As lunchtime turned into afternoon, the sun was still on its best behaviour and stayed out to join us for a BBQ by a small lake nearby. It was a beautiful sight to see, the BBQ sizzling away, a hill full of daisies and a lake with kayaks, children and adults laughing and swimming. It was a beautiful day, spent with wonderful people. My friend Dave said he wouldn't have missed it for the world and I think that just summed up the day.
Steak Kebabs with Halloumi made by Emma and me...
A lady offered me some Kangaroo meat that she'd just cooked on the BBQ... I'd never had Kangaroo before so I was intrigued as to what it tasted like, it tasted just like beef. Then a young lad offered me some Ginger Biscuit Tiramisu that his mum had made in their tent that morning and Chocolate Brownies that had gone gooey in the sun, all washed down with a cup of Indian Chai. I don’t normally like Chocolate cake etc but by golly, these tentmade Brownies just tempted me onto the dark side and they were yummy, scrummy in my tummy! Now that's generosity and getting into the community spirit!!
Seed Balls - And Kayaking in the lake
A tray of seed balls containing wildflower seeds were being handed out. They were made up of wildflower seeds, clay and compost all rolled up into one. You take a seed ball, make a wish, then throw it into the wilderness so it scatters and wherever it lands, wildflowers will grow. What a lovely simple idea to naturally brighten up the countryside.
The last night saw us all sitting around the now roaring camp fire. I think I was sitting a bit too close as my face felt like the top layer of the skin had peeled off! I shared Emma's homemade flapjacks with Britain's Fittest Fireman (he came 20th out of 6000!!! Or so I was told, unless it was another Chinese Whisper!) and the very charming George from Bristol.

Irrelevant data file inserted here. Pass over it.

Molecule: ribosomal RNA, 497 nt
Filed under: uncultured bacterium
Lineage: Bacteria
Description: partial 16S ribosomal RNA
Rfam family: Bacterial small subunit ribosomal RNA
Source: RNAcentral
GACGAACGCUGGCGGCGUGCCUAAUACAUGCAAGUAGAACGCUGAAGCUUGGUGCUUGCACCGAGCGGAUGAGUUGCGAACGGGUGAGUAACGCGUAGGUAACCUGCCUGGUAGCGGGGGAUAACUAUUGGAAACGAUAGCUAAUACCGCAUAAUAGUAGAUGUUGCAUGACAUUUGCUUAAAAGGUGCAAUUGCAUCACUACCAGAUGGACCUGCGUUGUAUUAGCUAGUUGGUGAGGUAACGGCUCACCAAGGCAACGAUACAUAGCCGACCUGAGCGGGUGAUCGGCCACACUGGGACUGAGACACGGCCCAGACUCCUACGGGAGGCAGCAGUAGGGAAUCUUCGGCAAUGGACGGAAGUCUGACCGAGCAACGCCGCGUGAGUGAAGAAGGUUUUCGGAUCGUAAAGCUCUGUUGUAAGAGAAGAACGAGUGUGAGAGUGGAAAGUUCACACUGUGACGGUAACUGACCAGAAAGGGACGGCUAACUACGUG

The evening ended giggling in the Cider Barn sitting on haystacks with Emma, Lou, Dave, Susan and Susan's son Ben. Feeling rather weathered and very tired I think we must have all hit the sack before midnight!
Susan and Andy's tent could be seen from Space!
With a better night's rest, the last morning saw us all up bright and breezy packing up to go home before the threat of rain came. Any rubbish consumed by campers had to be taken home and disposed of to ensure we kept Britain Tidy! As we said our goodbyes to friends and strangers, friends Andy and Susan (Sandy) found they couldn’t move their car. They had parked up on the grass when it was raining and consequently their car had got stuck in the mud! No burley men were able to shift it but luckily Emma’s Freelander did.
From the moment of arrival, everyone's kids went feral and never seemed bored. They climbed trees, threw sticks for dogs and searched for Fairies in the woods. It was truly a magical time for them.
The Kids Play Area - *And the walk back to the Bell Tent Village (*Courtesy of Louise Barnett)
As much as I was looking forward to having a nice hot bath, I was going to miss the little Bell Tent Village that had become our home for the weekend. Not only did I get to spend an incredible weekend with my lovely friends but I got to mingle with like-minded strangers who I didn't even know the name of and they didn't know mine...
There's a quote... "The older I get, the more I realise how rare it is to meet a kindred spirit." Well, if you were there this particular weekend, you would've realised that this quote isn't quite true. My friends and I are already eager to book next year so if this is for you, maybe our paths will cross and I’ll see you next year…
The lovely Bec of HoneyWoods Camping